Lead GHR Enterprises, Inc. v. American States Insurance, et al.
ORDER denying 44 Motion for Summary Judgment; granting in part and denying in part 53 Motion for Summary Judgment; adopting 70 Report and Recommendation; overruling 74 Objection to Report and Recommendation. Signed by Chief Judge Jeffrey L. Viken on 9/30/14. (SB)
UNITED STATES DISTRICT COURT
DISTRICT OF SOUTH DAKOTA
LEAD GHR ENTERPRISES, INC.,
formerly d/b/a GOLDEN HILLS
RESORT, now d/b/a DAYS INN
LEAD, SOUTH DAKOTA,
AMERICAN STATES INSURANCE
Pending before the court is defendant’s motion for summary judgment or
partial summary judgment and plaintiff’s cross-motion for partial summary
judgment.1 (Dockets 44, 53). The court referred the motions to Magistrate
Judge Veronica L. Duffy for a report and recommendation. (Docket 64). On May
15, 2014, Magistrate Judge Duffy filed a report recommending the court deny
defendant’s motion for summary judgment and grant in part and deny in part
plaintiff’s motion for partial summary judgment. (Docket 70). Defendant timely
filed objections. (Dockets 109, 110). Plaintiff filed a response to defendant’s
objections.2 (Docket 78).
When referring to the record the court cites to the electronic-filing page
Fed. R. Civ. P. 72(b)(2) allows a party to respond to an opposing party’s
The court reviews de novo those portions of the report and
recommendation which are the subject of objections. Thompson v. Nix, 897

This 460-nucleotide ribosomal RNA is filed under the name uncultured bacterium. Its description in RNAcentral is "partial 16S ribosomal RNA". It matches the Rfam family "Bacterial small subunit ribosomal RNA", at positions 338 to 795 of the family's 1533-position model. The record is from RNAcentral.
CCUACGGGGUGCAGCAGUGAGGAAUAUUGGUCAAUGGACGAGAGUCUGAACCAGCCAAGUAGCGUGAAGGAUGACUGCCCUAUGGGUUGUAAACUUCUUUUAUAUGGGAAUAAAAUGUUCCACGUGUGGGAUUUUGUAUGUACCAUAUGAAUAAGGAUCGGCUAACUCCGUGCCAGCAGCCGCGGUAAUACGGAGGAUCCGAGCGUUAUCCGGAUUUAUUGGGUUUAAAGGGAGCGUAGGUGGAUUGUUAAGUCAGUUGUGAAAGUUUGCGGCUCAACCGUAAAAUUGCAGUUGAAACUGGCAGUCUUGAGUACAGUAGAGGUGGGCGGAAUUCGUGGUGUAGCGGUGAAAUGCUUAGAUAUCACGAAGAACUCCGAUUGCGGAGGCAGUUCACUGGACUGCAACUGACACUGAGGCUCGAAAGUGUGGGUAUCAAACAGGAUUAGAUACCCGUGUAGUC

F.2d 356, 357-58 (8th Cir. 1990); 28 U.S.C. § 636(b)(1). The court may
then “accept, reject, or modify, in whole or in part, the findings or
recommendations made by the magistrate judge.” 28 U.S.C. § 636(b)(1).
For the reasons stated below, defendant’s objections are overruled. The
court adopts the report and recommendation of the magistrate judge.
MAGISTRATE JUDGE’S CONCLUSIONS OF LAW
Defendant asserts the magistrate judge erred in finding:
American States Insurance Company (“American States”) breached
its contract of insurance;
An issue of fact exists with respect to the source and scope of the
An issue of material fact exists related to defendant’s refusal to pay
for full roof replacement and its handling of the claim; and
An issue of material fact exists related to whether plaintiff is entitled
to punitive damages.
(Docket 74 at pp. 1-2). Each objection will be addressed separately.
The recommendation contains a thorough discussion of the facts. (Docket
70 at pp. 2-16). Specific facts will be discussed only to the extent they relate to
Breach of Contract
Defendant contends the magistrate judge erred in finding American States
breached its contract of insurance by (1) “[m]aking unsupported conclusions and
failing to adequately consider the pre-existing condition of the roof when
assessing the hail’s effect on the roof’s overall ‘value’ ”; (2) “[m]isunderstanding
the methodology and process related to the Xactimate estimate”; (3) “[f]ailing to
consider industry practice”; (4) “[m]isconstruing the basis of American States’
coverage position”; and (5) “[f]ailing to adequately consider apposite legal
authority.” (Docket 74 at pp. 1-2).
The magistrate judge found defendant breached the insurance policy
contract because the August 3, 2010, hail storm caused damage to the hotel’s
roof and defendant denied coverage for the damage. (Docket 70 at pp. 20-25).
The magistrate judge concluded it is “axiomatic that a dented roof is worth
incrementally less than an undented roof.” Id. at p. 22.
Defendant first contends the magistrate judge made “unsupported
conclusions” and failed to “adequately consider the pre-existing condition of the
roof when assessing the hail’s effect on the roof’s overall ‘value’.” (Docket 74 at